Every architect leaves behind a portfolio of dreams: buildings designed or sketched that were never built. The more ambitious the architect, the bigger the size of those dreams. There are also the buildings that once took solid form, that were built and then torn down—not dreams so much as ghosts. Few architects in the 20th century were more ambitious than Frank Lloyd Wright, and perhaps none had a career that encompassed more unfulfilled dreams and persistent ghosts. About 530 Wright buildings were constructed during the architect’s lifetime, and he left behind drawings for another 500 or so, including 100 in which the designs reached a fairly advanced stage.
What if you could give life to the unbuilt projects? And what if you could rebuild the projects that were torn down?
That simple idea, equal parts audacious and quixotic, is behind the Frank Lloyd Wright Revival Initiative, which was founded by Michael Miner, 54, an independent filmmaker who has produced four documentaries that examine the architect’s legacy. For the initiative’s first project, Miner is hoping to rebuild a park pavilion in Banff, Canada, that Wright designed in 1911 in association with his student Francis C. Sullivan, and which was demolished in 1939. The pavilion was 200 feet long with a low-hipped roof and the strong horizontal lines characteristic of Wright’s prairie style. Constructed of local stone, cedar, and spruce, it had a central space with art-glass windows running along one side and a pair of stone fireplaces. Men’s and women’s “retiring” rooms were located on each end of the building, which was unheated and usable about four months a year.
It’s not one of Wright’s better known buildings, but Jennifer LaForest, development planner for Banff, says the pavilion influenced the city’s design guidelines both through its use of local materials and the way it fit into the context of the landscape. “There’s no question that this is an amazing masterpiece and an important building—one of only two buildings that he designed and built in Canada,” she says. “It has not just a lot of architectural significance, but also national significance.”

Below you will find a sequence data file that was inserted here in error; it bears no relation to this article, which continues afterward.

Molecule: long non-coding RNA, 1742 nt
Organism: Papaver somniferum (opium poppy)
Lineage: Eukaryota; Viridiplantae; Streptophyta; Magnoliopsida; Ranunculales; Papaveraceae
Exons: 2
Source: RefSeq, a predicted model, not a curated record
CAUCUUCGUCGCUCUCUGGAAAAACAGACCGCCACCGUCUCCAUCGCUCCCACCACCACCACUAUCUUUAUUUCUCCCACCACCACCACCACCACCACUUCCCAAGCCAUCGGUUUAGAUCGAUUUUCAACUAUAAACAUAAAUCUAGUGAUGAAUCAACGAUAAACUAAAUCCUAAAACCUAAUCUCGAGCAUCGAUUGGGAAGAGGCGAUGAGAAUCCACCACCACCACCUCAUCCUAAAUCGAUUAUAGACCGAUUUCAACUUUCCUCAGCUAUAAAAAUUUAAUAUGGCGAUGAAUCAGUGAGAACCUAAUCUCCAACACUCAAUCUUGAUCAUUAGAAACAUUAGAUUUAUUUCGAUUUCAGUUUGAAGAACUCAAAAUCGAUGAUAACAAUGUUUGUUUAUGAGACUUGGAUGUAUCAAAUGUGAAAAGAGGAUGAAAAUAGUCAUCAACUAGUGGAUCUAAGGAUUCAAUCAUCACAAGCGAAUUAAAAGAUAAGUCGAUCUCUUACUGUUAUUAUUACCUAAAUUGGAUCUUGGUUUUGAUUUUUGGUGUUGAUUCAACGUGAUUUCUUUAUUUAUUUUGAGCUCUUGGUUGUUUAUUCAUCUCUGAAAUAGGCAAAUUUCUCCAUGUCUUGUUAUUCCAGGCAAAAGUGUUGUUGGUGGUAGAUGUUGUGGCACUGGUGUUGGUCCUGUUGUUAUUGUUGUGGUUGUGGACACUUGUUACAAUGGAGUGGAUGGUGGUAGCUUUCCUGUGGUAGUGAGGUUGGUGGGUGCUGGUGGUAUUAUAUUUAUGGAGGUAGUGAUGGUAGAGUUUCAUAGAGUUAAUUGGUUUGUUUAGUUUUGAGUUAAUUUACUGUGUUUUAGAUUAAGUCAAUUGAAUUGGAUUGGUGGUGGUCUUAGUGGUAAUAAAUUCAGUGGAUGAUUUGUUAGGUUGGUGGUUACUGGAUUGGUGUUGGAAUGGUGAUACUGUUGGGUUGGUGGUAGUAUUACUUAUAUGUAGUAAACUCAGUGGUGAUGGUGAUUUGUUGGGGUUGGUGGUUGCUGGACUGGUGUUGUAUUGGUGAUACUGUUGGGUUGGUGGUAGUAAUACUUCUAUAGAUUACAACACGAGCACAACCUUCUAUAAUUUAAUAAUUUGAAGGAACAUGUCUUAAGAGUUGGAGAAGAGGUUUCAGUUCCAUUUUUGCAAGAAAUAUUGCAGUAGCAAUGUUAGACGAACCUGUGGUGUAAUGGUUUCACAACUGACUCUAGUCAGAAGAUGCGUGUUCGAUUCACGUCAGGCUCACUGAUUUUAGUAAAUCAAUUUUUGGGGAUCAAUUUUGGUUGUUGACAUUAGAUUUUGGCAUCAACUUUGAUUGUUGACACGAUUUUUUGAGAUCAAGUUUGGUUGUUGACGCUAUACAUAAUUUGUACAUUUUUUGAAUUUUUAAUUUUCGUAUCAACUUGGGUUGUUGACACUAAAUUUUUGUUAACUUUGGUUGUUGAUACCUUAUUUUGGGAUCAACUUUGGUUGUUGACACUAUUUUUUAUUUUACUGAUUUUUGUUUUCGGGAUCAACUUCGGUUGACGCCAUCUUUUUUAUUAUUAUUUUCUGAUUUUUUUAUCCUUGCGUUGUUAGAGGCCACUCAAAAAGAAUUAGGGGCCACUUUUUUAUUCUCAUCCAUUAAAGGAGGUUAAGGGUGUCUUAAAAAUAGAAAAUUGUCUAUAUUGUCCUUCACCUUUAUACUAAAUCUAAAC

The Frank Lloyd Wright Revival Initiative has an impressive name, but it’s a small operation, with a volunteer staff that consists of Miner, his wife Carol, and director Lane Manis, the former executive director of the Jacksonville, Fla., AIA chapter. The initiative’s fundraising is focused on small donations, a Bernie Sanders–inspired crowdsourcing model that seems unlikely to attract the many millions needed for significant reconstructions. It would be tempting to dismiss the effort as a romantic pursuit or even a Hollywood-type vanity project, except that it has already made notable progress.
The city of Banff has given Miner preliminary approval (the city council still has to OK the final design), and he is confident that he can get the pavilion rebuilt, at a cost of about $2 million or less. He has reached out to construction and materials companies to solicit material donations, and he has the support of Eric Lloyd Wright, Frank Lloyd Wright’s grandson, who studied at Taliesin West under his grandfather and has been involved in the restoration of several Frank Lloyd Wright structures, including the Storer and Ennis houses in Los Angeles. If Miner’s plans are successful, he hopes that as a second project he can complete Wright’s original design for the 1963 Pilgrim Congregational Church in Redding, Calif. Because of cost, the church built only one wing—or roughly 20 percent–of Wright’s original design, which depicted a sprawling, much more dramatic structure.